Springs Means Sports and Nostalgia
Spring is the best time of year for the sports fan. I am a sports fan - but already this spring, I miss my baby brother.
Mikey died in mid-December from cancer, just two weeks shy of his 51st birthday. We were sports guys. We grew up playing the same sports, we grew up rooting for the same teams, we watched sports together. As adults, when we had problems, we turned on the game, had a refreshing beverage (or two) and a nosh, and we talked it out. Maybe we'd go have a catch. Maybe we'd go shoot some free throws or head to the driving range and hit a bucket of golf balls. However, we solved our problems, sports were the anchor.
Spring is the best time of year for sports fans. Everywhere one goes, the NCAA tournament follows. If Seder ever goes up against an NCAA tournament game, I promise you that in many houses, either a) smartphones will be hiding under the Haggadah, or b) never will the story of the Exodus be read so quickly. This year, I'm doing March Madness, and our seder, without my brother.
Spring means baseball. Major League Baseball lost one of its biggest fans when Michael died. Baseball is the biblical game. Just as God asks a lot of the observant, baseball asks a lot of its fans. One needs patience: the uncertainty of game length, the rain-outs, the frequent failure of one's heroes. But with that patience comes rewards: the green field, the balletic spin and leap of a shortstop, going deep into the hole to his right as he bends down, gloves the ball, leaps and fires across to first, in a move which rivals Nureyev. Baseball gives the fan the insolent violence of a well-hit line drive and the rare chance to contemplate and anticipate the future and the past. Most importantly, it gives the rarest of opportunities to have generations meet - fathers, sons, grandfathers, grandsons, l'dor v'dor (from generation to generation). George Carlin expressed it best. Michael loved baseball, his sons, and George Carlin.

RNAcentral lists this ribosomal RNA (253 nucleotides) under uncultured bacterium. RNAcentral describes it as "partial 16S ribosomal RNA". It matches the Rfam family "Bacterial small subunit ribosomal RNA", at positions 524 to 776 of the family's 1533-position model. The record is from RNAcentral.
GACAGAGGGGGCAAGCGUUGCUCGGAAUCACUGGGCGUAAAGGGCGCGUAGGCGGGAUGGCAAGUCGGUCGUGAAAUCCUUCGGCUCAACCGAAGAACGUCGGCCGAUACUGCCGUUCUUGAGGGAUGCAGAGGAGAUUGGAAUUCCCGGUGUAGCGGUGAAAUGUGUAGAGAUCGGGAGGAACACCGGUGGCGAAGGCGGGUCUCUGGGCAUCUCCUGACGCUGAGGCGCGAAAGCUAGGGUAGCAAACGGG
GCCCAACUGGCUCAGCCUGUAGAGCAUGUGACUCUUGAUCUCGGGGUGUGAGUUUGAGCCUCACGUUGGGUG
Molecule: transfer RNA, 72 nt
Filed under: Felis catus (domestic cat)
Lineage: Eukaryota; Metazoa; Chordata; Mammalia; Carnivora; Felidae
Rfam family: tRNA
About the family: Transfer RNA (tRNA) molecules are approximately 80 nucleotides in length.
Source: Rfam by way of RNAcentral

Spring means the Stanley Cup. Michael and I, both avid Detroit Red Wing fans, were connected as closely as Moses and Aaron to the action on the rink. The year was 1995. It was 10:30 pm. The Wings were in the NHL Conference Finals. I was lying in bed with my wife asleep beside me when Wings defensemen Paul Coffey worked a bit of blue line magic. The phone rang once (in those pre-caller ID/cell phone days). I grabbed it and said, "Holy Crap, did you see that?" I was 100 percent certain it could only be my brother calling.
Spring means golf. Spring means rebirth, says the egg on our seder plate. Spring means The Masters . This spring will mark my first Masters Golf Tournament without Michael. Wherever we were, hours apart with phones in hand or sitting on the same couch, Michael and I watched the Masters Final Round together.
Last year, we threw a watch party, complete with golf ball pyramids on the table, bag towels from assorted golf clubs, Arnie Palmers in red Solo cups, and that staple of Masters Tournament cuisine; pimento cheese sandwiches. Michael had lost most of his tongue to his cancer and was unable to enjoy the spread. But he was right there with us as we threw our arms up in the air, shouting with joy at Bubba Watson's outrageous shot which clinched Bubba's first Masters victory.
This spring, I'll be rooting for my Spartans (not Michael's Wolverines), our Tigers, and our Wings. The green of Augusta National will still be a lush and glorious green. I finally, having lost my brother and best friend, grasped Ecclesiastes:
To everything there is a season, and a time to every purpose under heaven.
A time to be born, a time to die; a time to sow and a time to reap.
It is spring, the time that Torah promises when all will be fresh and green and new. Maybe so. But there's an empty spot on the couch.